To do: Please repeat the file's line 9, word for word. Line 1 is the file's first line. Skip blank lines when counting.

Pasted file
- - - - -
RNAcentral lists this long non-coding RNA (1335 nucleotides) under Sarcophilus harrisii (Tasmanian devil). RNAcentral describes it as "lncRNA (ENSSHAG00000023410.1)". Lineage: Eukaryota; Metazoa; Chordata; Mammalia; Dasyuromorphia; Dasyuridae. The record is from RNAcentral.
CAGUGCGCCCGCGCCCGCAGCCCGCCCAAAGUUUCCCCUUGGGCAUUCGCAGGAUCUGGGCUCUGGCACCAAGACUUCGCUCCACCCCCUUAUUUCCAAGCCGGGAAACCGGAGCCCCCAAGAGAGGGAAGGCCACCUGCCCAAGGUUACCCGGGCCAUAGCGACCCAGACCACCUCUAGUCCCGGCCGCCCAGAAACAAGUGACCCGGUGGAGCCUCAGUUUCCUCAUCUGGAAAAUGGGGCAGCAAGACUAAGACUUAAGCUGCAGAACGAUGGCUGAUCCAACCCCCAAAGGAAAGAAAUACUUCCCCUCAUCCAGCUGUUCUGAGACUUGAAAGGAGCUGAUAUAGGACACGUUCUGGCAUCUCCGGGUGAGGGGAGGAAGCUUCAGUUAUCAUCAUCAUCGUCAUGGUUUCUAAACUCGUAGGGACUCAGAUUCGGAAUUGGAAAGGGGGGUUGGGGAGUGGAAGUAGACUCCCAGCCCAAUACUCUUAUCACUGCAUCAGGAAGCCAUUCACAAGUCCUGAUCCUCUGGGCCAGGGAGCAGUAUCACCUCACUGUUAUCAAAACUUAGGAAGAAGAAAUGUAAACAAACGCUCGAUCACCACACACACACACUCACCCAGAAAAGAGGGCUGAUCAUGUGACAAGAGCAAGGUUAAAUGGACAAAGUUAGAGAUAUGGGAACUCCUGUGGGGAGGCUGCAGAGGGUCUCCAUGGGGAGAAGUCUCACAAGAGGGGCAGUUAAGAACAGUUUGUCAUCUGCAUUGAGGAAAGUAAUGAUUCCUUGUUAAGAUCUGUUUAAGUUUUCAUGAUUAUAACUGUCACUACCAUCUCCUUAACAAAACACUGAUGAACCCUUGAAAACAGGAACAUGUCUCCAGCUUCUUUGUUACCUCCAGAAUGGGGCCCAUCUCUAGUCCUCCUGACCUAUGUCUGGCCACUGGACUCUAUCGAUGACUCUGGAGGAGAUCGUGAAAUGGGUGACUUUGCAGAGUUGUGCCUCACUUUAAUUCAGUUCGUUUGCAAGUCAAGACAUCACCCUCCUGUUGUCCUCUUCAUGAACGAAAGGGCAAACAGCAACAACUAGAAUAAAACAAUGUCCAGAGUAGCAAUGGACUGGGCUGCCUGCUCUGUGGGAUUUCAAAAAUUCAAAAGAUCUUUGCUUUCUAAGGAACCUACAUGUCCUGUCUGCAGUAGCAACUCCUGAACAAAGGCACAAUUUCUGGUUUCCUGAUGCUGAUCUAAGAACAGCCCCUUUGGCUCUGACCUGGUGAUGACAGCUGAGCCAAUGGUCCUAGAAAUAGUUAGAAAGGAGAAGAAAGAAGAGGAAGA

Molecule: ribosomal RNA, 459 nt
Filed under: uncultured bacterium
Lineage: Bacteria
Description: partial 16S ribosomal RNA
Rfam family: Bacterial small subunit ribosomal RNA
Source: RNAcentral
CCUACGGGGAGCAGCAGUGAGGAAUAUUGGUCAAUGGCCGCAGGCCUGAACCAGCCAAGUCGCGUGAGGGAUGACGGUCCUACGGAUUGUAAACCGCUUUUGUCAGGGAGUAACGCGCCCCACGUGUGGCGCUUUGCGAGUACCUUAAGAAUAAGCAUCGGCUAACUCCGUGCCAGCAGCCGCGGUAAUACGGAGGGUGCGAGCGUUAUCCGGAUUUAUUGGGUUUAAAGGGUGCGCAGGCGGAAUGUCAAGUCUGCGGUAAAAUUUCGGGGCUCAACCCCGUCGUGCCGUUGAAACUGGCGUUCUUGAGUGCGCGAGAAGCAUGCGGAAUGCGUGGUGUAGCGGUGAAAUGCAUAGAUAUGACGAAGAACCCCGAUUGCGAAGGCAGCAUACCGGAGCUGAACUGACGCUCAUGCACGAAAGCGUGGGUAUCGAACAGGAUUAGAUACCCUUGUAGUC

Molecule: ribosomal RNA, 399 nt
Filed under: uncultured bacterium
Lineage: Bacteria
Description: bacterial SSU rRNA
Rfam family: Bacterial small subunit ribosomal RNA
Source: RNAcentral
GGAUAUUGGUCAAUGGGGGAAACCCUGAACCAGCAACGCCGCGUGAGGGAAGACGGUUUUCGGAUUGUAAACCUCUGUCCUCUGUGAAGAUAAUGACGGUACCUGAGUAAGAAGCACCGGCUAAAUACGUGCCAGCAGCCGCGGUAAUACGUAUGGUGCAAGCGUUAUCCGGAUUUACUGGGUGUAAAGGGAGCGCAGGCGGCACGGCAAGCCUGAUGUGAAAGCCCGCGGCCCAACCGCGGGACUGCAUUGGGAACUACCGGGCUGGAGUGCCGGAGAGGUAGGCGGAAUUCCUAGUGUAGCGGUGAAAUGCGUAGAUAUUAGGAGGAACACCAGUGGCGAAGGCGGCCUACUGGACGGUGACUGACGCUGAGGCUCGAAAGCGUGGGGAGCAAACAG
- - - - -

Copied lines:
CCUACGGGGAGCAGCAGUGAGGAAUAUUGGUCAAUGGCCGCAGGCCUGAACCAGCCAAGUCGCGUGAGGGAUGACGGUCCUACGGAUUGUAAACCGCUUUUGUCAGGGAGUAACGCGCCCCACGUGUGGCGCUUUGCGAGUACCUUAAGAAUAAGCAUCGGCUAACUCCGUGCCAGCAGCCGCGGUAAUACGGAGGGUGCGAGCGUUAUCCGGAUUUAUUGGGUUUAAAGGGUGCGCAGGCGGAAUGUCAAGUCUGCGGUAAAAUUUCGGGGCUCAACCCCGUCGUGCCGUUGAAACUGGCGUUCUUGAGUGCGCGAGAAGCAUGCGGAAUGCGUGGUGUAGCGGUGAAAUGCAUAGAUAUGACGAAGAACCCCGAUUGCGAAGGCAGCAUACCGGAGCUGAACUGACGCUCAUGCACGAAAGCGUGGGUAUCGAACAGGAUUAGAUACCCUUGUAGUC